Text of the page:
Flawed system a breeding ground

By Hsu Shih-jung 徐世榮  / 

Wed, Jun 11, 2014 - Page 8

The allegations that former Taoyuan County deputy commissioner Yeh Shih-wen (葉世文) solicited bribes from the Farglory Group, which was seeking to win a bid to build a housing project in the county’s Bade City (八德), has led to many detentions, and there have been reports that the scandal will grow to involve a similar affordable housing development project at the A7 Station of the Mass Rapid Transit line to Taiwan Taoyuan International Airport.

Yeh previously served as head of the Ministry of the Interior’s Construction and Planning Agency, where he was in charge of urban, regional and national park planning at the national level. Although the Department of Land Administration is in charge of land expropriation, it has conducted only nominal investigations out of respect for the decisions of the Construction and Planning Agency. So the agency could be said to be in control of the entire national land planning system.

It is a serious problem that a former agency head is alleged to have been involved in bribery. This is not merely a matter of individual morality, but rather a structural problem involving the national land planning system as a whole. It therefore becomes necessary to ask how the system could allow someone to act in the way Yeh allegedly did.

Take the A7 Station housing development as an example. This project could only be put up for tender after both the urban planning and land expropriation plans were passed. This implies that the problems do not lie just in the final stage of approval, but in throughout the process.

Urban planning and land expropriation should be aimed at meeting the public interest, which raises such questions as what is meant by the public interest and who should decide what it means and how to achieve it?

At present, these things are decided by a variety of committees made up of bureaucrats, academics and other experts. The interior ministry’s Urban Planning Commission, for example, has 27 members, 13 of whom are government representatives and the rest are academics, experts and those with a passion for the public interest. On the surface, it looks as though government representatives are not the majority, but in practice, they are.

According to the Organizational Regulation of Urban Planning Committees at Different Levels (各級都市計畫委員會組織規程), when representatives from government agencies cannot attend a meeting, they may send representatives who are allowed to speak and participate in voting. However, other committee members do not enjoy this privilege and must attend meetings in person. Given that academics and experts will not always be able to attend every meeting, government representatives still constitute a majority and as such, they gain full control of the commission.

Urban planning projects are proposed by the central or local governments, and then reviewed by bureaucrats. How can this be in line with the most basic principles for eliminating conflicts of interest from the administrative procedure?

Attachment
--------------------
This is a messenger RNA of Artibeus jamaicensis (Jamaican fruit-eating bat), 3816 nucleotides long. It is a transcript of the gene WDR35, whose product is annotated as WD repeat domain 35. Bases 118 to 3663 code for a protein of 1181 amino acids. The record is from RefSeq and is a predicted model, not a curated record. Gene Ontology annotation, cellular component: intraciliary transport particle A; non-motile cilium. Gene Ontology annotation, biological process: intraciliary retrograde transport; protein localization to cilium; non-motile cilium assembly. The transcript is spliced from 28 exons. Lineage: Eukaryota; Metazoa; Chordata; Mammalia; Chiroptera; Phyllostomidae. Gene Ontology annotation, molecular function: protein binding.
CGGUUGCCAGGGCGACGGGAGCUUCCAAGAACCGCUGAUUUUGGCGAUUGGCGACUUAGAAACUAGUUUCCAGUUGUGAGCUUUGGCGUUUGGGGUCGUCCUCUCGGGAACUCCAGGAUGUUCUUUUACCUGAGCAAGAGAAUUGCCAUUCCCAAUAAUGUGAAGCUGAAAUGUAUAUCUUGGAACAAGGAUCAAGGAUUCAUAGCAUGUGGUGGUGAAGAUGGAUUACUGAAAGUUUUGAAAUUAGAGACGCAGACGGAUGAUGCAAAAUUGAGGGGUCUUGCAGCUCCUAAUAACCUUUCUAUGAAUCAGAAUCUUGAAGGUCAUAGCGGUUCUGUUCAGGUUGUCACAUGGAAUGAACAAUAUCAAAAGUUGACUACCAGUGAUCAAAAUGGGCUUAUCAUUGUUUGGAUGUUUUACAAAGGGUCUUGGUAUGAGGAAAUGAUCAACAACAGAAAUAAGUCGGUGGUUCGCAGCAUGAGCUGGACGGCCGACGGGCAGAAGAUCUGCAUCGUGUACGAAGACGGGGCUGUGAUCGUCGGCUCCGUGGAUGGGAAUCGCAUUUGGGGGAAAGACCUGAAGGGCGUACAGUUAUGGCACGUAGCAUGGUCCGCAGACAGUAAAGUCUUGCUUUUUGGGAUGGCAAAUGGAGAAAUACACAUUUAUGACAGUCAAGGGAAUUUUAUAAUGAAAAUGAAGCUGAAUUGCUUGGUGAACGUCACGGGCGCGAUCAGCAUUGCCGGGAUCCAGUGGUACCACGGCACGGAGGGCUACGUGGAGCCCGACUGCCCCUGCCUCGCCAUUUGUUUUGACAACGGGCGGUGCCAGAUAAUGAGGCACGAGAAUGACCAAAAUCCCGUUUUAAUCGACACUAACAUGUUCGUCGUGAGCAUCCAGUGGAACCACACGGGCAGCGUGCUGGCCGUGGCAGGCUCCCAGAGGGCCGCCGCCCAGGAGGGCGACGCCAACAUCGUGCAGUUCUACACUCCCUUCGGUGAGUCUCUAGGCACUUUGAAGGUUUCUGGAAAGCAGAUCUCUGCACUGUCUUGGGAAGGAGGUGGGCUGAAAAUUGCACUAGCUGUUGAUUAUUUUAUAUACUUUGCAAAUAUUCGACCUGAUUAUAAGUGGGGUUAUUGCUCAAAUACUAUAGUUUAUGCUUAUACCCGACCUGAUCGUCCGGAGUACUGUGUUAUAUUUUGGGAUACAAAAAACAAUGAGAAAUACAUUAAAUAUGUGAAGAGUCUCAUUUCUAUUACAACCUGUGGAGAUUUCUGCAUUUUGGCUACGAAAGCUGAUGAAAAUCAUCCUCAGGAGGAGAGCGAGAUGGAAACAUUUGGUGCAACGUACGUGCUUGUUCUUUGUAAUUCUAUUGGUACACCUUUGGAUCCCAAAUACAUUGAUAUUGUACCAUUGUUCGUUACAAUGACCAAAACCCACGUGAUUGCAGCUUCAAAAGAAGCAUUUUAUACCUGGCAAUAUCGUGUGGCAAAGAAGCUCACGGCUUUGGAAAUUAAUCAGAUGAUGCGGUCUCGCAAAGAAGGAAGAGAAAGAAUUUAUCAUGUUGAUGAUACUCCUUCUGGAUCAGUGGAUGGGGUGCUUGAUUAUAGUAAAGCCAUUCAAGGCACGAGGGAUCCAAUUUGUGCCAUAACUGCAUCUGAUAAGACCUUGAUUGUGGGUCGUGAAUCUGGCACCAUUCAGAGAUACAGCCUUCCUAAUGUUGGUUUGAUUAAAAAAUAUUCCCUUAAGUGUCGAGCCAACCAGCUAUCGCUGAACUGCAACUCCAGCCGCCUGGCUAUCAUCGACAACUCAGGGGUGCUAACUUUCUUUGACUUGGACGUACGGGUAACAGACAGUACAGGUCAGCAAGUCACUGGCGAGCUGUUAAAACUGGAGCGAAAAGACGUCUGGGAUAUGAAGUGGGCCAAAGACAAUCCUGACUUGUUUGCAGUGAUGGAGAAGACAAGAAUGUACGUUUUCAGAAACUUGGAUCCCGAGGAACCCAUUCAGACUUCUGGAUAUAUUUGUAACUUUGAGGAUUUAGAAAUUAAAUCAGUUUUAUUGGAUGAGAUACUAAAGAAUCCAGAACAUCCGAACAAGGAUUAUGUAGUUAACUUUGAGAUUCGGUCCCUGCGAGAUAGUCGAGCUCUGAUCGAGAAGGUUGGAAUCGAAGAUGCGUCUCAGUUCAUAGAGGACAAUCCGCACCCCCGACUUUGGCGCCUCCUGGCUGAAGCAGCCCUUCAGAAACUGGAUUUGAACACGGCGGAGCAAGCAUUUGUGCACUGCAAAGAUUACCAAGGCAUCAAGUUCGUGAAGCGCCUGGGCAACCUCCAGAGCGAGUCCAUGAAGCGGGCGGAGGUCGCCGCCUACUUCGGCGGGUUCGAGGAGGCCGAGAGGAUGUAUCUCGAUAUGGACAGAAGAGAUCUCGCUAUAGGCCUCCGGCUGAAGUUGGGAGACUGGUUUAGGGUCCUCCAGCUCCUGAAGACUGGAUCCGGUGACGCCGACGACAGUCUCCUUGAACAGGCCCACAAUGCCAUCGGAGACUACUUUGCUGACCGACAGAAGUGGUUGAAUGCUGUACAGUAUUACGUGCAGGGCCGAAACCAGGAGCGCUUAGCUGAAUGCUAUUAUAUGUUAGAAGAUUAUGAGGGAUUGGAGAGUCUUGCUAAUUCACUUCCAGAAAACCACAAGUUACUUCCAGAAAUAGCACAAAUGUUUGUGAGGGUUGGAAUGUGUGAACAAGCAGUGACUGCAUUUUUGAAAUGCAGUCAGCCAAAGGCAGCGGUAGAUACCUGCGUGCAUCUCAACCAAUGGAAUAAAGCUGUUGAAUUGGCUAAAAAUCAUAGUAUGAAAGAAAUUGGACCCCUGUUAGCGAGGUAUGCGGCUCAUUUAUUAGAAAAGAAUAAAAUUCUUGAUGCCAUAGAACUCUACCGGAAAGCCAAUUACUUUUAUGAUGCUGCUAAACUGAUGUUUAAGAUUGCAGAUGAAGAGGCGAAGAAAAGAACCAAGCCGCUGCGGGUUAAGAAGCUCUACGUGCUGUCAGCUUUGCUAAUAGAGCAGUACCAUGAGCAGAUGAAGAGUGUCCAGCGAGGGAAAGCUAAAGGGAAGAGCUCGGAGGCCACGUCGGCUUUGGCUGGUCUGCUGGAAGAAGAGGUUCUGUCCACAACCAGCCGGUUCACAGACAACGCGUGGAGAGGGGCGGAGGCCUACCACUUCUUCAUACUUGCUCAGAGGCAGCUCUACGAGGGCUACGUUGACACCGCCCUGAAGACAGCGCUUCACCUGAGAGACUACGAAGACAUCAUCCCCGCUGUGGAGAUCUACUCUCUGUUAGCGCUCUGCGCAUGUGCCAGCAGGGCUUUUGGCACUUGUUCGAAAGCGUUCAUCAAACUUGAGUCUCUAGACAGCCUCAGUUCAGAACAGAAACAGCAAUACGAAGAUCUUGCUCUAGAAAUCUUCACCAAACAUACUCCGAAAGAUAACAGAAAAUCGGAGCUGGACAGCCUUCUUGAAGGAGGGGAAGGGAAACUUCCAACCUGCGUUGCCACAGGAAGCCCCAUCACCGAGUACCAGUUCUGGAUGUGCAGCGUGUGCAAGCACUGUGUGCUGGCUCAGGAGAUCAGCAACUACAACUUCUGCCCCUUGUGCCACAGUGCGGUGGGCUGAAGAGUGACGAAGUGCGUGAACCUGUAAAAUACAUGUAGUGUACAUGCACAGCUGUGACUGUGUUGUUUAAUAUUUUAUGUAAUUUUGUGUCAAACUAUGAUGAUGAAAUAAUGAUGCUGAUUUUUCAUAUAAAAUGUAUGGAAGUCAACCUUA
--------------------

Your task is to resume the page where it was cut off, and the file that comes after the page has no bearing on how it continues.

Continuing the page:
Furthermore, academics and experts are employed by government leaders. Now, would a government leader choose an academic such as myself to be on a committee? No. Many committee members are employed for a long time, with their terms often extended or by joining other committees. For example, they may move onto a district committee, or an environmental impact assessment committee. There are also many committee members who go back and forth between the central and local governments. When their term is up on a committee in Taipei or New Taipei City, they join a central government committee.

Therefore, familiar faces are often seen in these committees, faces who often become officials themselves and who may even end up being nominated for a position in the Control or the Examination yuans.

What we really have to ask is whether such a committee mechanism is capable of serving the public interest. Is it this kind of mechanism that made Yeh so greedy? Also, if administrative officials have the same stance on issues as construction conglomerates, how can the rights of the public be protected?

Finally, one must also ask why there are so many self-help and protest groups who feel they must take their protests to the streets.

Land is a commodity that lends itself to monopolization. It involves massive interests that can be used to create political power. Therefore, more than half of all local political elites are involved in construction and other land-related industries, and as a result, local development is controlled by construction conglomerates and local factions that see land as a hugely profitable speculative tool.

Government leaders, bureaucrats, local factions, construction conglomerates and committees made up of academics and experts essentially form an alliance for speculating on land development. They use urban planning and land expropriation to carry out enclosure of land, co-opt factions and forge local support using money and connections — a practice known as bangzhuang (綁樁) — while also taking political donations. These factors have completely changed the nature of Taiwan’s urban planning.

Yeh’s alleged bribery is a serious problem for the entire land planning system. The mechanism for ruling through committee that was designed during the authoritarian era is no longer suitable. It is now used to cover up the government and business interests, as well as those of local factions, while sacrificing the public’s basic human rights as guaranteed in the Constitution.

It is time to establish mechanisms that will allow citizens to govern national land use that reflects the times we live in.

Hsu Shih-jung is a professor in the Department of Land Economics at National Chengchi University.

Translated by Drew Cameron